Post Miserabile

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The Conquest of Constantinople by the Crusaders: One of the most dramatic moments in the Fourth Crusade

Post miserabile (Latin: Sadly, after) was a papal bull issued by Pope Innocent III on 15 August 1198 calling for the Fourth Crusade in the Holy Land. More than any other crusading bull, it was not issued in response to any single event, such as setback in the East, but was more organisational in tone, foreshadowing the bureaucratic and administrative changes Innocent would make to the crusading institutions.

Background[edit]

Upon Innocent's accession to the papacy in 1198, the preaching of a Fourth Crusade became one of the goals of his pontificate.[1] Both the kings of England and France were at war, and several other states did not heed the pontiff’s call to take up arms for a crusade.[1] Knowing that most European monarchs were preoccupied with their own affairs of state, the purpose of Post miserabile was to settle their disputes and focus attention on the East.[2]

One of the techniques used by Innocent to ensure action is to report alleged Muslim taunts against the kings of France and England:

Already we have weakened and shattered the spears of the French, we have crushed the efforts of the English [...] in fact, your kings and princes who we drove out of our lands of the East a little while ago, they disguise their fear by acting boldly, returning to their hiding places, we will not say ‘kingdoms,’ they prefer to fight each other in turn than to experience once more our might and power.[note 1]

The bull also called for a revival of religious enthusiasm for a crusading throughout Europe.[2]

Outline of the bull[edit]

The bull begins by describing the present plight in the Holy Land, before going on to criticise Europe’s rulers for their inability to act:

And why they persecute each other in turn with inexorable hatred, while one strives to avenge his injuries against the other, none is moved by the injury to the Crucified One. They are not paying attention to how our enemies persecute us.[note 2]

The bull then appoints Cardinals Sofferdo and Peter Capuano as special assistants in preaching and organising the crusade,[2] specifically encouraging them to target the kings of England and France to assist.[2]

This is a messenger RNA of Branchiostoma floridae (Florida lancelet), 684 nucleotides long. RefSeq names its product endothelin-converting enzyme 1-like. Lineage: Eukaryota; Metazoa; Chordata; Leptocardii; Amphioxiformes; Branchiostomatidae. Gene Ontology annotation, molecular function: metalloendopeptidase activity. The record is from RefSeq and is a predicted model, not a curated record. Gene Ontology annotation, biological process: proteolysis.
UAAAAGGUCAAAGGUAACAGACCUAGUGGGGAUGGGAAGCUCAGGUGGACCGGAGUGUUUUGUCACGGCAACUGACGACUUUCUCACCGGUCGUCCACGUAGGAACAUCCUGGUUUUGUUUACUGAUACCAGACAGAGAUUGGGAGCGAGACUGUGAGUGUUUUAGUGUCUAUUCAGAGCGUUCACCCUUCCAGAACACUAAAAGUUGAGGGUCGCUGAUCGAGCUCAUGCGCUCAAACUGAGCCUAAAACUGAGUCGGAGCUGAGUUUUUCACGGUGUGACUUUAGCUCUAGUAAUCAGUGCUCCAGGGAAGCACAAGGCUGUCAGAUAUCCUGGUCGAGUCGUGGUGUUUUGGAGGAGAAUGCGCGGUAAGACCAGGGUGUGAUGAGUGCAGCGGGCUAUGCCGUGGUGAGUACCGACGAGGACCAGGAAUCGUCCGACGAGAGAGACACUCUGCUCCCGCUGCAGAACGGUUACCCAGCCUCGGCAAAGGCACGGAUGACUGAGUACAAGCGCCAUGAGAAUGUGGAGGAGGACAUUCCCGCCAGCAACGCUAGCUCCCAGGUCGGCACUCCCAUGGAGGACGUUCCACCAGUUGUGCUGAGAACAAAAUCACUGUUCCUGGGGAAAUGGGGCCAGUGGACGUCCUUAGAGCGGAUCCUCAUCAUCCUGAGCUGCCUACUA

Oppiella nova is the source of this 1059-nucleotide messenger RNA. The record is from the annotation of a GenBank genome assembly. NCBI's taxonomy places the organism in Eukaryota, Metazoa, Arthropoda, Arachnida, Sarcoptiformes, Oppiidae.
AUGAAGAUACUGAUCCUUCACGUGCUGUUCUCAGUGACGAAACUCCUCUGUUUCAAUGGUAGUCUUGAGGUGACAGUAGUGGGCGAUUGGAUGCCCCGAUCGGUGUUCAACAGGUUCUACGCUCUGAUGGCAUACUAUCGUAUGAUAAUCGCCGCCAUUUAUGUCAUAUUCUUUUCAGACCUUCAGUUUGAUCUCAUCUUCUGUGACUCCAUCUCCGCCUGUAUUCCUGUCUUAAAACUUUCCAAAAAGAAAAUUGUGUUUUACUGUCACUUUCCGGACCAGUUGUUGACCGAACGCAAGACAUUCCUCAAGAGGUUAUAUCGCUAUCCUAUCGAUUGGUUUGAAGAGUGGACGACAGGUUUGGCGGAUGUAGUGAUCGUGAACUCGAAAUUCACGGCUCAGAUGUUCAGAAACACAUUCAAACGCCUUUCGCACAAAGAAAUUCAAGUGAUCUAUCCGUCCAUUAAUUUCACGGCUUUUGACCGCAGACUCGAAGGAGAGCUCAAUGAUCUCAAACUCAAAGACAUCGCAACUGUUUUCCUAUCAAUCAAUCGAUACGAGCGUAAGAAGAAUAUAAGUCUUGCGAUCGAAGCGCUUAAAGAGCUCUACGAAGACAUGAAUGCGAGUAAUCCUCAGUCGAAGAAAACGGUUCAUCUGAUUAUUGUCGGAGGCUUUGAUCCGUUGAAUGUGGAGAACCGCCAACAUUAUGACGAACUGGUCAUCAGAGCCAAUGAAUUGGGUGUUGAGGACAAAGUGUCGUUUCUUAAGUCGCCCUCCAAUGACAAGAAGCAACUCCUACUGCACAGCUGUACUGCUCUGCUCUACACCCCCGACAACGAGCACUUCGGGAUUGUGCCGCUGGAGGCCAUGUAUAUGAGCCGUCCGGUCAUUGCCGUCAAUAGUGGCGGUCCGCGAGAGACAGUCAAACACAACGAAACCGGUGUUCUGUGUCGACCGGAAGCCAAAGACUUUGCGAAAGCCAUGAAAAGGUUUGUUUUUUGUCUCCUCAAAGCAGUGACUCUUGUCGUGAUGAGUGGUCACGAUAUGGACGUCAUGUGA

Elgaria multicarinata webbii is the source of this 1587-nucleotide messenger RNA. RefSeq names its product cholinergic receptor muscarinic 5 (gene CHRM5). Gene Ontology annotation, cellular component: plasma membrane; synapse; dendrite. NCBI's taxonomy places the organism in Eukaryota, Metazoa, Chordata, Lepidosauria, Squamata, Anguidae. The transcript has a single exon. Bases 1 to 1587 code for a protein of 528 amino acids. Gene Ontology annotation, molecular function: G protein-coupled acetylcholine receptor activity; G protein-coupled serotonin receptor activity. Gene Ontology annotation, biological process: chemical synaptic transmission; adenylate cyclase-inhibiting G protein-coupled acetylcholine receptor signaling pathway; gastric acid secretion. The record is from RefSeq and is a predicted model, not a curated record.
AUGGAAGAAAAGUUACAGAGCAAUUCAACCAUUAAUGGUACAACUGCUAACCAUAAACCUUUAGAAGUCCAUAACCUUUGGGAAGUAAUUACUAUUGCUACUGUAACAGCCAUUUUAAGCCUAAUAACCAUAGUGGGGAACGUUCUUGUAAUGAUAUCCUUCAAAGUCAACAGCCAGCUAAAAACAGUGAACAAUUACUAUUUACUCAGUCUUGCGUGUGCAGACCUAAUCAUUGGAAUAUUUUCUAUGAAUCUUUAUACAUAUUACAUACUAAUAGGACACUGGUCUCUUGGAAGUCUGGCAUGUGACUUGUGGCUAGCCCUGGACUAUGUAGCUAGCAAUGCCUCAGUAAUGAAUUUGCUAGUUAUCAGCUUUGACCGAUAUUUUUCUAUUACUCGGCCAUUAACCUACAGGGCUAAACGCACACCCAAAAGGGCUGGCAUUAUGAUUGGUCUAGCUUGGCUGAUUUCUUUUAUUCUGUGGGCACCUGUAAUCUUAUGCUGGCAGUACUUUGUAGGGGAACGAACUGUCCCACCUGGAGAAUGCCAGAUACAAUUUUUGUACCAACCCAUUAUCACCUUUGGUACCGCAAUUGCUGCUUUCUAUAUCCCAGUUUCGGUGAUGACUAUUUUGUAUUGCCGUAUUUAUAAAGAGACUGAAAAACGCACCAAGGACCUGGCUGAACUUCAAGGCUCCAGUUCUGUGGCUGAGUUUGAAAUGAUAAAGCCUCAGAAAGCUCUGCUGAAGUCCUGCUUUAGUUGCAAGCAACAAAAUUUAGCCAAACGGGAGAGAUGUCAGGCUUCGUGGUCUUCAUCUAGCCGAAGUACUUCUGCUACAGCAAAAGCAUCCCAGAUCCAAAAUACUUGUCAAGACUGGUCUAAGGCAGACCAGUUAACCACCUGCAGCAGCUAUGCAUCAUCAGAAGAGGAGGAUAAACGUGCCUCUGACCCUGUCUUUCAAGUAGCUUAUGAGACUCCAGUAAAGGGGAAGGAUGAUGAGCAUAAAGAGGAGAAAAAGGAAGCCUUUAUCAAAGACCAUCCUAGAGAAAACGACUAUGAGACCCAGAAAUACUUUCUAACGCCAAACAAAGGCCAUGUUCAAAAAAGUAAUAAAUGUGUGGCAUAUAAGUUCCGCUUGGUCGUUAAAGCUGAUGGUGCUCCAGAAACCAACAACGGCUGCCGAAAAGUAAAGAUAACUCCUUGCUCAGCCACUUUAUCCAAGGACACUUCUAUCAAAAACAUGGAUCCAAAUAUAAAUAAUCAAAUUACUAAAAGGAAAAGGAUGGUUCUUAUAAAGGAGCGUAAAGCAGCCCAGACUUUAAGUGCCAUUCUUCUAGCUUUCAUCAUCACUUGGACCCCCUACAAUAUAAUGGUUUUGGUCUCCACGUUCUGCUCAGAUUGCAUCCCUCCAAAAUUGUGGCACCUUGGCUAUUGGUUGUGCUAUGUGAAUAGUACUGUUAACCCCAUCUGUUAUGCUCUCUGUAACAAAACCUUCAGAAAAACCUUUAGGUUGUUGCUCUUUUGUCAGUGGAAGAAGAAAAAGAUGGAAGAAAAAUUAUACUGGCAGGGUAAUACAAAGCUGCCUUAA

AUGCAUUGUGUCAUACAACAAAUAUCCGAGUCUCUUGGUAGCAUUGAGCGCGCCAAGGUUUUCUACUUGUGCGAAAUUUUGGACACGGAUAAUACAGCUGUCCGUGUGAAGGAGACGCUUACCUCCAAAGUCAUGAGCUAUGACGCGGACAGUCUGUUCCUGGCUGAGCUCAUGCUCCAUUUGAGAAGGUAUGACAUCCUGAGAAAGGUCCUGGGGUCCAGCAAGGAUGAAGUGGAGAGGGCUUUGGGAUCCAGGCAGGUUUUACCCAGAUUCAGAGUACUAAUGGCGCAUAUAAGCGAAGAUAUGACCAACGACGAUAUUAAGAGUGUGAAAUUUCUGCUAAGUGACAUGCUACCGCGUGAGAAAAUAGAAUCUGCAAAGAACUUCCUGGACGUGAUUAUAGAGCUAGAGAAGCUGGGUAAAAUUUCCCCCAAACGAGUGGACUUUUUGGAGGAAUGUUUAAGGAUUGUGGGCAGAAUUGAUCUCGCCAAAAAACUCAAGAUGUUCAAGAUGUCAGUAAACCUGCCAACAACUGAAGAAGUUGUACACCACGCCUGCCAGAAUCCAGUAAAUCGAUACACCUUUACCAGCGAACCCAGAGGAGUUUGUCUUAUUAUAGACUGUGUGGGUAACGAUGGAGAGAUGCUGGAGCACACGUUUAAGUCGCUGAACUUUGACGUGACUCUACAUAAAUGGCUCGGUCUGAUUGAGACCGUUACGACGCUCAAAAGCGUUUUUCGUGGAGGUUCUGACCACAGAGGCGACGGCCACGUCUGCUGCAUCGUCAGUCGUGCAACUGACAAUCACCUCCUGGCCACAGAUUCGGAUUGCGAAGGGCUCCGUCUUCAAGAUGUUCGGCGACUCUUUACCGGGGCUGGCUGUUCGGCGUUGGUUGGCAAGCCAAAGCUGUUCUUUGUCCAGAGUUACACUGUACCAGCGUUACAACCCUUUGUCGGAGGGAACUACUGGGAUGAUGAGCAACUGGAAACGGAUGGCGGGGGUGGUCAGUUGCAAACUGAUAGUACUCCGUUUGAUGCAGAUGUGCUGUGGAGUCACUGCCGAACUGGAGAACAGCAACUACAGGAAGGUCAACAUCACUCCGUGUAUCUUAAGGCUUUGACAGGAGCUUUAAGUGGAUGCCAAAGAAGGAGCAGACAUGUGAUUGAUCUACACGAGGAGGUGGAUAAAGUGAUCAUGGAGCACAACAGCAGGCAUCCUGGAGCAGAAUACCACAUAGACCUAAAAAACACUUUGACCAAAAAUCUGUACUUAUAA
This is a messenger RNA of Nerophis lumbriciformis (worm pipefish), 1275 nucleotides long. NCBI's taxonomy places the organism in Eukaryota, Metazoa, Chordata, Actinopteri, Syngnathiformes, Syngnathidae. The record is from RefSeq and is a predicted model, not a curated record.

Post miserabile also gives a great deal of organisational instructions how the crusade is to be run and established.[2] In an attempt to encourage a revival in crusading, the bull goes into some detail concurring the privileges and benefits that could be had from undertaking to go to the Holy Land[2] The bull was instrumental in establishing a basis for the crusade and due to the preaching of Fulk of Neuilly, a crusading army was finally organised at a tournament held at Écry-sur-Seineby by Count Thibaut of Champagne in 1199.[1]

Notes and references[edit]

Notes[edit]

  1. ^ "Iam imfimavimus et confregimus atas Gallorum, Anglorum conatus elimus [...] Reges enim et principes vesti, qous dundem de terra figavimus Orienties, ut timrem suum audo dissimulent, ad suas latebras, ne dicamus rega, reversi, malunt se inveem expungnære quam deuo vies nostras et potentem experiri."[3]
  2. ^ "[...] et dum se invincem inexorabili odio persecunter, dum unus in alium suas nithur in[i]uris vindecare, non est quem moveat iniuria Crucifi, none attendibus ipsis quad iam insulant nobis inimici nostri dichentes.”[3]

References[edit]

  1. ^ a b c Runciman, Steven (1954). A History of the Crusades: The Kingdom of Acre and the Later Crusades (Volume 3). ISBN 014013705X. 
  2. ^ a b c d e f Madden, Thomas F. (19 August 2008). The Fourth Crusade: Event, Aftermath, and Perceptions: Papers from the Sixth Conference of the Society for the Study of the Crusades and the Latin East in Istanbul, Turkey. ISBN 0754663191. 
  3. ^ a b Innocent III. Register. p. 329.